During his time as education secretary, Johnson brought in new ideas and proposals, including encouraging parents to spend more time with their children in a bid to help them progress with their literacy and numeracy skills.[14] Johnson has also previously expressed some concerns over diplomas,[15] and has opened up debate in parliament on the subject of what parental situation is best. He stated that in his view, it is the parents themselves who make the difference, not their marital situation.[16] Johnson looked at improving pay and working conditions for teachers during his tenure as Education Secretary.[17]

Health Secretary

Johnson became Secretary of State for Health on 28 June 2007, succeeding Patricia Hewitt in Prime Minister Gordon Brown's first Cabinet. He later criticised breast cancer patient Debbie Hirst because she attempted to buy the cancer drug Avastin, which the NHS had denied her. Johnson told Parliament, patients "cannot, in one episode of treatment, be treated on the NHS and then allowed, as part of the same episode and the same treatment, to pay money for more drugs. That way lies the end of the founding principles of the NHS".[18]

When there was a problem with C. difficile at hospitals managed by the Maidstone & Tunbridge Wells NHS Trust, they dismissed their "blameless" chief executive "both unlawfully ... and unfairly" and agreed to pay her £250,000, much less than the sum that they were told that defending a case for unfair dismissal would cost.[19] When the proposed payment became known, Johnson intervened and the Department of Health ordered the trust to withhold more than two-thirds of the severance payment, although its director general of finance, performance and operations said that "it was 'not unfair'" that she should receive the money.[20] When the case came to the Court of Appeal, the payment was restored in a judgement that was highly critical of the Department, including quoting her complaint that Johnson had made "personal comments made about me ... without any reference to the Trust, or informing me, ... regarding my severance value and its non-payment".[19]

Home Secretary

On 5 June 2009, Johnson was appointed to the position of Home Secretary during a reshuffle, replacing the first female holder of the post, Jacqui Smith.[21]

In October 2009, Johnson sacked the chairman of the Advisory Council on the Misuse of Drugs (ACMD), Professor David Nutt. Nutt had accused the government of "distorting" and "devaluing" research evidence in the debate over illicit drugs,[22] criticising it for making political decisions with regard to drug classifications in rejecting the scientific advice to downgrade MDMA (Ecstasy) from a class A drug,[23] and rejecting the scientific advice not to reclassify cannabis from class C to class B drug. Johnson wrote to the professor: "It is important that the government's messages on drugs are clear and as an advisor you do nothing to undermine public understanding of them. I cannot have public confusion between scientific advice and policy and have therefore lost confidence in your ability to advise me as Chair of the ACMD".[24] In January 2010, Professor Nutt established the Independent Scientific Committee on Drugs, with the aim of publishing honest drug information.[25] By 2 April 2010, seven members of the ACMD had resigned.[26]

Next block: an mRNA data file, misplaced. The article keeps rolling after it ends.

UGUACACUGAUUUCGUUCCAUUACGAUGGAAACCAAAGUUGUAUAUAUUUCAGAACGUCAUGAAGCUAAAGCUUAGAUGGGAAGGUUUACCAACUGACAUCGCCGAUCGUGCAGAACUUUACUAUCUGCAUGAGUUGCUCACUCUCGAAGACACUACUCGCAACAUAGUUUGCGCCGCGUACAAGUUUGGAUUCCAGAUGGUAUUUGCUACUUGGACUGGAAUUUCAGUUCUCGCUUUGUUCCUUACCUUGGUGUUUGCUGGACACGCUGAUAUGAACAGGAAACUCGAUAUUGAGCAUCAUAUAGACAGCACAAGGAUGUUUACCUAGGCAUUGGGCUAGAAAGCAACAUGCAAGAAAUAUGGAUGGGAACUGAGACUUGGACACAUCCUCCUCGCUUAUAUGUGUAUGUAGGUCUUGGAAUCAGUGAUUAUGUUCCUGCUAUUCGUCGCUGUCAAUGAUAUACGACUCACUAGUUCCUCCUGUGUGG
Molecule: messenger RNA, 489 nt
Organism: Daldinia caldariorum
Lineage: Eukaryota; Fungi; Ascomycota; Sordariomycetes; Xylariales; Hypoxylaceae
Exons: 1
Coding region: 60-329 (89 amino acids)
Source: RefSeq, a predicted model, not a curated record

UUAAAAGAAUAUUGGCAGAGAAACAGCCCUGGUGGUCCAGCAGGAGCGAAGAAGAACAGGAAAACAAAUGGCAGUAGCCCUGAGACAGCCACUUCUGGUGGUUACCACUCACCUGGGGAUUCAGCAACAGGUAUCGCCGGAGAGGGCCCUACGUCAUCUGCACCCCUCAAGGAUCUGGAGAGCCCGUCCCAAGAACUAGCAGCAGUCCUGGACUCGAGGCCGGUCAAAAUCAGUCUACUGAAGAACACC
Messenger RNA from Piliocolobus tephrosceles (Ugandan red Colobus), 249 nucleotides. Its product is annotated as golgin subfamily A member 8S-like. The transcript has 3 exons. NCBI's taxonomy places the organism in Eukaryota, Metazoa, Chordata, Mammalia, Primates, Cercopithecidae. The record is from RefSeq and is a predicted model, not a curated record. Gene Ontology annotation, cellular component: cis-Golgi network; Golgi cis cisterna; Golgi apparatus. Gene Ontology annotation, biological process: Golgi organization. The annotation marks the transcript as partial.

In February 2010, it came out in court that MI5 had known that Binyam Mohamed, a former Guantanamo Bay detainee, had been tortured or mistreated by the American services, despite earlier statements to the contrary. In response, Johnson insisted that the media coverage of the torture had been "baseless, groundless accusations".[27] He also said Government lawyers had not forced the judiciary to water down criticism of MI5, despite an earlier, draft ruling by Lord Neuberger, the Master of the Rolls that the Security Service had failed to respect human rights, deliberately misled parliament, and had a "culture of suppression" that undermined government assurances about its conduct.[28]

Deputy leadership candidate and potential leader

Johnson publicly stated in May 2006 he expected to stand for the post of Leader of the Labour Party when Tony Blair stepped down. Johnson told the BBC in an interview on 9 November 2006[29] that he would in fact be supporting Brown and standing as deputy leader. He was successfully nominated onto the ballot paper for Labour Deputy leader with most number of nominations. On 24 June 2007,[30] Johnson was narrowly beaten for the deputy leadership by Harriet Harman. He led in rounds 2 to 4 of the voting, until he was overtaken by Harman in the last round, eventually finishing with 49.56% of the vote.

Having been touted in the media as a possible successor to outgoing Labour leader Gordon Brown, Johnson announced to the BBC on 12 May 2010 that he would not be standing in the forthcoming leadership contest, and would instead be backing David Miliband.[31]

In November 2014, amid criticism within the party of its leader Ed Miliband, Johnson again denied speculation that he was a potential leadership candidate.[32]

Potential London Mayoral candidate

Johnson in Hull, 2011

In 2010, there was much speculation that Johnson was going to stand as a candidate for the London Mayoral election after announcing that he was not going to contest the leadership. Many of Johnson's close allies encouraged him to stand for the Mayoralty and he was thought to have been considering it.[33][34] However, Johnson decided not to stand for the Labour Party selection for Mayor and instead backed Oona King for the candidacy, but she lost to Ken Livingstone. In 2011, there was speculation that Livingstone could be deselected as the Labour candidate in favour of Johnson but that did not happen.[35] In 2012, after Livingstone's defeat by Boris Johnson, many Labour members said that Johnson should have been the Labour candidate. Johnson then revealed that he did consider standing for Mayor of London but he felt that his allegiance was to Hull. However, he said that he would not stand for Mayor of London in the 2016 elections as he wanted to stay on as an MP.[36]

Views on electoral reform

Johnson is a strong supporter of electoral reform, advocating the Alternative Vote Plus (AV+) system as recommended by the Jenkins Commission.[37] He indicated that he would seek support within the Labour Party for an amendment to the government's Bill on Electoral Reform, to add AV+ as an additional choice in the referendum. In 2010, it was rumoured that he would step down as an MP to trigger a by-election in Hull, to stand on a proportional representation ticket.[38] He supported the Yes! to Fairer Votes campaign in the referendum on 5 May 2011. He appeared as one of the main Labour supporters of the Yes! campaign at a London event on 3 May 2011, at which Ed Miliband also appeared.